This March is unlike any other. I’m sure this March was also unlike any March you have experienced. You’re either A) at home in quarantine, or B) on the frontlines providing necessary services during this uncertain time—I’m looking at you healthcare professionals, food suppliers, super market employees, journalists, etc.
I fall in A. I’m in quarantine. It’s crazy to think that I can make a difference in this pervasive pandemic by doing the simplest thing: staying home, watching Netflix, and sitting on my couch—in my head, it’s nothing, but in the grand scheme of this global crisis; it’s a lot. My social distancing is preventing the further spread of this lethal virus.
When I first heard about COVID-19, I didn’t think much of it. I remember listening to the news every morning, and hearing about Wuhan, China and this thing called coronavirus. As someone far away from East Asia, it seemed harmless. I mean, I’m a college student in Austin, Texas—how would this affect me? However, the more I started thinking about it, the more I realized this was not just a simple illness. China plays such a large role in the way global supply chains operate. Most products I use have interacted with a Chinese supplier at some point or another. I mean, the iPhone I use every day was probably assembled in a Foxconn facility located in China. If there’s a problem in China, then there’s likely a problem for me—because whether we realize it or not China has affected our lives in large ways.
Although Wuhan is just one province, the virus has an immense ability to spread. Spread through China. Spread through Asia. Spread through the world. That virus I continued to hear about on the news, the one that seemed harmless (after all, it was so far away, right?)—it turned out to be so much more. It’s not only a global health pandemic. It’s an economic disaster. It’s something that has killed someone’s grandmother. It’s something that has caused immense unemployment. It’s something that has locked children out of schools, adults out of work, and people out of each other’s lives. It’s created a weird space of time in which life feels unreal; it feels like I’m living my life in a science fiction novel.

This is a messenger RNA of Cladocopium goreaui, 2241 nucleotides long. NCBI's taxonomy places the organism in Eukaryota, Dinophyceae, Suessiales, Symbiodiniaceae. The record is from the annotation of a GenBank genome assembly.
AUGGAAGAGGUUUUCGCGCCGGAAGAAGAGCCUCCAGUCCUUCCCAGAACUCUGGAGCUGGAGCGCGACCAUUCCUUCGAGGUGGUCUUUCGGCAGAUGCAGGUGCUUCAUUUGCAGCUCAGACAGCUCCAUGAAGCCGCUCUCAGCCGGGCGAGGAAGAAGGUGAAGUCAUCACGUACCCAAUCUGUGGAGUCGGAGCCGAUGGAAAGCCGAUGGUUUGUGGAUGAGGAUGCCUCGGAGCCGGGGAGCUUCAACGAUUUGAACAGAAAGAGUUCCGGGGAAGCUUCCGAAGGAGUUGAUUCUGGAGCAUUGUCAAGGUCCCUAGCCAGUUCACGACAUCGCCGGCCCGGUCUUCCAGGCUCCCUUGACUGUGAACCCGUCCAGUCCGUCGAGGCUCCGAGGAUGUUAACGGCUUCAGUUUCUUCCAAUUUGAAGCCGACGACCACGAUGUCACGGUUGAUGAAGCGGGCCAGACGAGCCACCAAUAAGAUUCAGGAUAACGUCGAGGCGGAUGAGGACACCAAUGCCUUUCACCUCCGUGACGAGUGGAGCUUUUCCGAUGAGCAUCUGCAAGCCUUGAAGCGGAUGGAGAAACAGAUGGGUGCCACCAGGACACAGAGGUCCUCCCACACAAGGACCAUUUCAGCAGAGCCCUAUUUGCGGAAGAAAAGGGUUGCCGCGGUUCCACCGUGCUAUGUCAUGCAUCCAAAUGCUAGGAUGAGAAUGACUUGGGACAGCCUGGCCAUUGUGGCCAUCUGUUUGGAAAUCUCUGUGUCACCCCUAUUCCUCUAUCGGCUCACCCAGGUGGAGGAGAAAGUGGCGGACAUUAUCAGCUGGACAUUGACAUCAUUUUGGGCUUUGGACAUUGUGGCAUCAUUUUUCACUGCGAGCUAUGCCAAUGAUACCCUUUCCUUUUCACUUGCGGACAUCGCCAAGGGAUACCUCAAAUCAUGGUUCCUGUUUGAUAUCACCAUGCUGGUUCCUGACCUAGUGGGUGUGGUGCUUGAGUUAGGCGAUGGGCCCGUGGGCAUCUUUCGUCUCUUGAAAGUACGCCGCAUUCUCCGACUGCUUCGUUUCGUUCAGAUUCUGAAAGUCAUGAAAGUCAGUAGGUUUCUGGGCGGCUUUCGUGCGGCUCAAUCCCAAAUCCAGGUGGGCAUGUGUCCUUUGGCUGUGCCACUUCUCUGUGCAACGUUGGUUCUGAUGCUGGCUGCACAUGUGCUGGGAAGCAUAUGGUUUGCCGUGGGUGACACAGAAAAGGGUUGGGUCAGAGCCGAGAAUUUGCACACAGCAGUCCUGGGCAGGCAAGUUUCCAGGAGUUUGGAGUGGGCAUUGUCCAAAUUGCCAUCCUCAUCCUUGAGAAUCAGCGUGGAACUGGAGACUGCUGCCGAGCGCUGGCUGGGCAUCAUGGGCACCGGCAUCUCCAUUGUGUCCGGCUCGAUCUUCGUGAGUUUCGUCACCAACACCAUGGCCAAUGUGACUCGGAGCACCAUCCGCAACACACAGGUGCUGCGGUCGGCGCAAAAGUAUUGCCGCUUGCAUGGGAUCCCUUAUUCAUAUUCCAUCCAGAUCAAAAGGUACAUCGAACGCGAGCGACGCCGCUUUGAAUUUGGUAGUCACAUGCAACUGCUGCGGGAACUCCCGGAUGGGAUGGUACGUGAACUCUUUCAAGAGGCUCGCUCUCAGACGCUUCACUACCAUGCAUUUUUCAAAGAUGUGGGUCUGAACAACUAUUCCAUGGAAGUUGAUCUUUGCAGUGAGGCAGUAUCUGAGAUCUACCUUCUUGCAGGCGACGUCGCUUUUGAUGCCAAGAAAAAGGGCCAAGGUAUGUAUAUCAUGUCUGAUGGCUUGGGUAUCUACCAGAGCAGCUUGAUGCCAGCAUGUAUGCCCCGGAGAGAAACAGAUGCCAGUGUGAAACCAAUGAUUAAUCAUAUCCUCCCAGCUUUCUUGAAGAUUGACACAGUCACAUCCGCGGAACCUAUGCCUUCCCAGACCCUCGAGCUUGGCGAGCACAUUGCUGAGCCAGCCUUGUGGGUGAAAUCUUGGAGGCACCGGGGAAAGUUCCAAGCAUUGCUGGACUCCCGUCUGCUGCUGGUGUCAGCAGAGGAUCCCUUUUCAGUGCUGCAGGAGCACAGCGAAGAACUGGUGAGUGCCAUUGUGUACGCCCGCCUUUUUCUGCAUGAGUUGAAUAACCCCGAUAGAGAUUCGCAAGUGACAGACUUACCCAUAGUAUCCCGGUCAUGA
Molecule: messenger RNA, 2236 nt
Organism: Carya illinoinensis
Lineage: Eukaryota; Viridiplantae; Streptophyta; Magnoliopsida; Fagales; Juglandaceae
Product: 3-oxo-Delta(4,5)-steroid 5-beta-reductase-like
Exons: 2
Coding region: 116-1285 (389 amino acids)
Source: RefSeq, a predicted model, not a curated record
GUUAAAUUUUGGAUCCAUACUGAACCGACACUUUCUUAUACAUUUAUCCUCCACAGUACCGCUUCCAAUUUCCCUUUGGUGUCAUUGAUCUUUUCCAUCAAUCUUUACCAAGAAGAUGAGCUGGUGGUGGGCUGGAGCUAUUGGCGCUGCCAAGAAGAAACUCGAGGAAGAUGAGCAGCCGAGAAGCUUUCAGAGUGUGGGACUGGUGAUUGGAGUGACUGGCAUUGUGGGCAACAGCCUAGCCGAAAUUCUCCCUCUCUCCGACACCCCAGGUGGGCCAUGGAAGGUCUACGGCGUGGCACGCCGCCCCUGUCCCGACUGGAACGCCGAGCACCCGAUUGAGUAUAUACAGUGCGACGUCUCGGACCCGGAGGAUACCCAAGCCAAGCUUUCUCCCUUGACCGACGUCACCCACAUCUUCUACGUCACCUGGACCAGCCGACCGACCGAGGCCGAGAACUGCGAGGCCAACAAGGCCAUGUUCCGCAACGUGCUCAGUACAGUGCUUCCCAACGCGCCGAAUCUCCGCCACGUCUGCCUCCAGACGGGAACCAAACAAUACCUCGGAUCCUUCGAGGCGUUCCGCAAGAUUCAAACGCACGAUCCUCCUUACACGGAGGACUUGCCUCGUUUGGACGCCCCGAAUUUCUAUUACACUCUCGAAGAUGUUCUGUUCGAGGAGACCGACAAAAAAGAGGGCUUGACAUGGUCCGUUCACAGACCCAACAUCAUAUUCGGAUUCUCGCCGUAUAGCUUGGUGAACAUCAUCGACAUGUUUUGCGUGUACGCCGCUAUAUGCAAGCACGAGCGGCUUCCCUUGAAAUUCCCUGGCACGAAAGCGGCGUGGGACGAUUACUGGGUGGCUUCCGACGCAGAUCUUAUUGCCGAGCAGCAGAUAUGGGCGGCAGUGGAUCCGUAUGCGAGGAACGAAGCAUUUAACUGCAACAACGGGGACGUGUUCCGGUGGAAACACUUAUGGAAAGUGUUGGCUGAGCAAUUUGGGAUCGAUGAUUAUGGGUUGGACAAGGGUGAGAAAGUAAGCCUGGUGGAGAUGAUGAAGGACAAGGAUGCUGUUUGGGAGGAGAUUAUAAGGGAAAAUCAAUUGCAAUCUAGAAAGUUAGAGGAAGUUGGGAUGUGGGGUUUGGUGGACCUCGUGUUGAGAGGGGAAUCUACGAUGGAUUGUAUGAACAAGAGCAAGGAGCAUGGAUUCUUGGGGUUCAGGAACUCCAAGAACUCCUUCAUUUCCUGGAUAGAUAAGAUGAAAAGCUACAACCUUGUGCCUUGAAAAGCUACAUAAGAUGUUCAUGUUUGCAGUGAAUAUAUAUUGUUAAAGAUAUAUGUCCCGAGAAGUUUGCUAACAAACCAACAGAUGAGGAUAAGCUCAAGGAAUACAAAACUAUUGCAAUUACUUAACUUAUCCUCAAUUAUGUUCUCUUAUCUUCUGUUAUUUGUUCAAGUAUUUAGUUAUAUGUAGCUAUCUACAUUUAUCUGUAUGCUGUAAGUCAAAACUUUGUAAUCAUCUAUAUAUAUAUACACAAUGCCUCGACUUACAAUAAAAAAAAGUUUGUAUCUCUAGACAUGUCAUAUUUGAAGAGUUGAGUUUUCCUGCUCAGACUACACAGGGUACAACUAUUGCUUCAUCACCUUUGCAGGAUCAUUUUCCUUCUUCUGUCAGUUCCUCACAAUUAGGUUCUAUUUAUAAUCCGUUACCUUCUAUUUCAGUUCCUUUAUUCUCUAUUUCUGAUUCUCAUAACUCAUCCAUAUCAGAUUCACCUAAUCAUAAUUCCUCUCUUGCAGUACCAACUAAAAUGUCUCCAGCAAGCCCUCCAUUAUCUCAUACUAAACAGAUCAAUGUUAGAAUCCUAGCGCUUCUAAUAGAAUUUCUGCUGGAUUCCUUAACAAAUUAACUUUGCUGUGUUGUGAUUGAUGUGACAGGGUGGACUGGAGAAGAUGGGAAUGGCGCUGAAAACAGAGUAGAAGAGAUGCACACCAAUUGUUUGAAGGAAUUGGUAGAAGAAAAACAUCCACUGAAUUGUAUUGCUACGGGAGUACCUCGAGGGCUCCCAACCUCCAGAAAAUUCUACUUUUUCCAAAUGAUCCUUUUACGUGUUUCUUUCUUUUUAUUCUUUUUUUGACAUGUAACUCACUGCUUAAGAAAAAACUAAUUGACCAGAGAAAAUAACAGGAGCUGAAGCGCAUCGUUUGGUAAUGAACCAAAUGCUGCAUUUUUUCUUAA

So, yes, this March has definitely felt unfamiliar. The month wasn’t always like this, however. My March started pretty normal. I was still in Austin, completing my junior of college, and spending moments trying to explore the city before I graduate next May (!!!). Now, however, I’m back in Dallas, all of my classes have moved online, I no longer have the ability to walk by the University Tower, or visit my professor’s office hours. Life changed in a snap.
All of this has really allowed me to reflect. Reflect on life. I think the biggest thing I’ve realized is that it doesn’t matter who you are, how much money you make, the amount of prestige you possess, the job you have, the people you know, etc.—you are not invincible from something like this. I think in our society, we often put those who appear to have more on a pedestal, but today there’s no dividing line—this virus doesn’t discriminate. You could be a high class actor, a famous politician, or a local teacher—and you could still become infected. On the other end, however, I’ve realized that though the virus doesn’t discriminate, the healthcare system does. Here in the States, those with higher links have more access to world class care and COVID-19 tests (which happen to be limited here). So, although anyone can get this deadly virus, the treatment opportunities are not the same for everyone.
Anyway, I don’t want this post to be all about the virus, even though that seems like the only thing in our lives. March has also been a month of self-growth. I’ve always been incredibly introspective and reflective. Self-growth is really important for me to be a fulfilled individual.
This month, I had a serious conversation with myself. I asked myself what I want from my future. Who I want to be, where I want to go, the people I want in my life, the values I hold, etc. As I have gotten older, I’ve realized that time is moving fast—and so, I need to be aware of how I can build the life I desire.
To end this, I guess, I just need to write how truly grateful I am for everything in my life, Allhumdullilah. Right now, I feel like there’s so much to look forward to—and I’m so hopeful for what’s to come. Sitting in my house in the midst of this global pandemic has really put life into perspective; it’s made me learn and recall all the things that make life so rich—my family, my friends, the experiences, the laughter, the journey, the moments, the opportunities, and the future. All of it.
As you navigate through this uncertain time, I’m praying for you and your health. Until next time, wash your hands and stay safe.